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Controversial elephant swap with Japan called off

Asian elephants Kiri (left) and Seila wander around their enclosure at Teuk Chhou Zoo last year. A controversial deal to trade the elephants with a Japanese zoo has been called off.
Asian elephants Kiri (left) and Seila wander around their enclosure at Teuk Chhou Zoo last year. A controversial deal to trade the elephants with a Japanese zoo has been called off. Vireak Mai

Controversial elephant swap with Japan called off

A controversial proposed animal swap that would have seen elephants Kiri and Seila sent from the notorious Teuk Chhou Zoo in Kampot to a zoo in Japan in exchange for other exotic species has been officially called off, new documents show.

The cancellation was confirmed in a March 23 letter from Kagoshima City Mayor Hiroyuki Mori, who said the deal was abandoned after the government of the southern Japanese city requested the elephants’ birth records and keeping records “in order to abide by international laws”.

“We received a reply from the [Cambodian] government that they could not submit these records. As a result, we stopped the negotiations,” said the letter.

Mori stated that Hirakawa Zoo, which is located around 15 kilometres outside Kagoshima City and was due to receive the pair, will continue to display the two elephants it already houses.

But Teuk Chhou zoo owner Nhim Vanda refused this week to accept that the deal had been called off, instead suggesting it has simply been postponed due to the weather in Japan not being suitable for elephants and the lack of a suitable enclosure for them to live in.

“It’s not the [failure to produce records], it is the issue of climate change over there, meaning they cannot feed the elephants, so they have to delay [the deal] for a while to do more research,” Vanda said. “They need to build a lot of facilities too.”

According to Vanda, a four-star general and elected National Assembly representative who counts Prime Minister Hun Sen as a personal friend, the cancellation of the swap will see the elephants remain at his zoo despite an offer from a sanctuary in Siem Reap province to take them.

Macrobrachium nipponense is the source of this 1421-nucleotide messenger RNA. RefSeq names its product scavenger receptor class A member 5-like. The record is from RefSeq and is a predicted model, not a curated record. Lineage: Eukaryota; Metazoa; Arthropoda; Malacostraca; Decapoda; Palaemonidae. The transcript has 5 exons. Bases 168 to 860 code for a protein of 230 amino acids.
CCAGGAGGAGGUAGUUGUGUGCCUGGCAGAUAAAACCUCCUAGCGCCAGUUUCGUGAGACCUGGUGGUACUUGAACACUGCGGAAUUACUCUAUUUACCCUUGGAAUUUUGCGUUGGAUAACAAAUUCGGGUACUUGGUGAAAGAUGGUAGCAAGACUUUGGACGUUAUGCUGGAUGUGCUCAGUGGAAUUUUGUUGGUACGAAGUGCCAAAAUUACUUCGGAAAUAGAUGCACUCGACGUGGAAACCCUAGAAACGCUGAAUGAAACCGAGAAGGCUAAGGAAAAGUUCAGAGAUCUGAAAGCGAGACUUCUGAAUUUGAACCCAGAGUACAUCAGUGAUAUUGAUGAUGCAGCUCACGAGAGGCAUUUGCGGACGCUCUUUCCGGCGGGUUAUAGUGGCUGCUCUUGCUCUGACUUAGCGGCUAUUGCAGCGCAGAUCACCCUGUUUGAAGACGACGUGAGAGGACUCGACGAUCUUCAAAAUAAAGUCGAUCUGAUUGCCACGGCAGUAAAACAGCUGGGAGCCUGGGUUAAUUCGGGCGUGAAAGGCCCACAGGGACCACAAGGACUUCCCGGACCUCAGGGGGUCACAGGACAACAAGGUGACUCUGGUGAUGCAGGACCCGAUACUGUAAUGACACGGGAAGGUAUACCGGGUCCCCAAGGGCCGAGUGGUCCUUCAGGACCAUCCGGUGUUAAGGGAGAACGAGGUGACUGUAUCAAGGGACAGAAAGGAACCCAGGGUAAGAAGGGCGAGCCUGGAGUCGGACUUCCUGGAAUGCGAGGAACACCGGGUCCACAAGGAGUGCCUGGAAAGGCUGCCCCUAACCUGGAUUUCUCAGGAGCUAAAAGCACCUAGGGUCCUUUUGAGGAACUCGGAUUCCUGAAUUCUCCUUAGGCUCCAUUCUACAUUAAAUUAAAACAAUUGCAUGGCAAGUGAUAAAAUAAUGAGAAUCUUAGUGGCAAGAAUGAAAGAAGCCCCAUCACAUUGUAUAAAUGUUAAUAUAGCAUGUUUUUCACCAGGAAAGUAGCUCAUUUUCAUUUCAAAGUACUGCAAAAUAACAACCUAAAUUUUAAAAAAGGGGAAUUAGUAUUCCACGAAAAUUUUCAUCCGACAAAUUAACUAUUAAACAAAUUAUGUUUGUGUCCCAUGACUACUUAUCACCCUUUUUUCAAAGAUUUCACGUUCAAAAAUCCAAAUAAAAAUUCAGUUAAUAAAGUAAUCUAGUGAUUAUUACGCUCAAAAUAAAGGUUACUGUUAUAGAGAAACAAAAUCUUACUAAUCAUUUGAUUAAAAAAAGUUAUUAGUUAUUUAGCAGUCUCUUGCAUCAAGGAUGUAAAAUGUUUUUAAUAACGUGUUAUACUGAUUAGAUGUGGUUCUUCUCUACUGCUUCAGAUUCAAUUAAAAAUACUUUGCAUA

Vanda also owns Prey Veng zoo, about 70 kilometres west of Phnom Penh, and both facilities have long been criticised for their deplorable conditions. He has also previously been accused of involvement in wildlife trafficking.

Various spokespeople at the Agriculture Ministry, which is responsible for zoos in the country, said they were unaware of the proposed deal.

Agriculture Ministry spokesman Eang Sophalleth, who last year said he had seen a copy of the government decision to accept the trade, could not be reached for comment.

The exact details of the deal have never been made clear, with Vanda originally saying he would be receiving a pair of white tigers, zebra and gorillas; however he has since made contradictory statements on exactly which species would be involved in the exchange.

But the trade has been opposed since it first came to light in August 2015, with elephant conservation NGO EARS Asia warning at the time that the journey would be too stressful for the elephants, and questioning whether Vanda had the resources to properly care for new animals.

In an interview that month, Vanda admitted to not having the financial resources to care for his animals properly, while dismissing questions about apparent signs of psychological distress being displayed by the underfed animals living in squalid and cramped conditions at Teuk Chhou.

In September, EARS Asia was expelled from the zoo amid mounting opposition to the trade. The NGO had entirely funded the upkeep of the elephants for the previous three years, and paid for their enclosure. By late October, the elephants’ health was visibly deteriorating, and later that month it was revealed a biomedical company heavily involved in animal testing had begun sponsoring the pair.

In December, one of EARS Asia’s major donors, Fiona Hardie, met with Hun Sen’s wife, Bun Rany, and petitioned her to have the trade called off.

In response to news the trade had been cancelled, EARS Asia founder Louise Rogerson expressed her delight, but warned that conditions remained extremely poor for all of the animals kept at both of Vanda’s zoos.

“At present both facilities are sub-standard; captive welfare is very poor, and there is little or no veterinary care reported on site,” Rogerson said.

Since being expelled from Teuk Chhou, Rogerson had established an organisation called Zoo Watch, which is focused on bringing international attention to the conditions at both facilities.

“We look forward to continuing to strive to better the lives of these animals, including Kiri and Seila, together with the Cambodian government,” she said.

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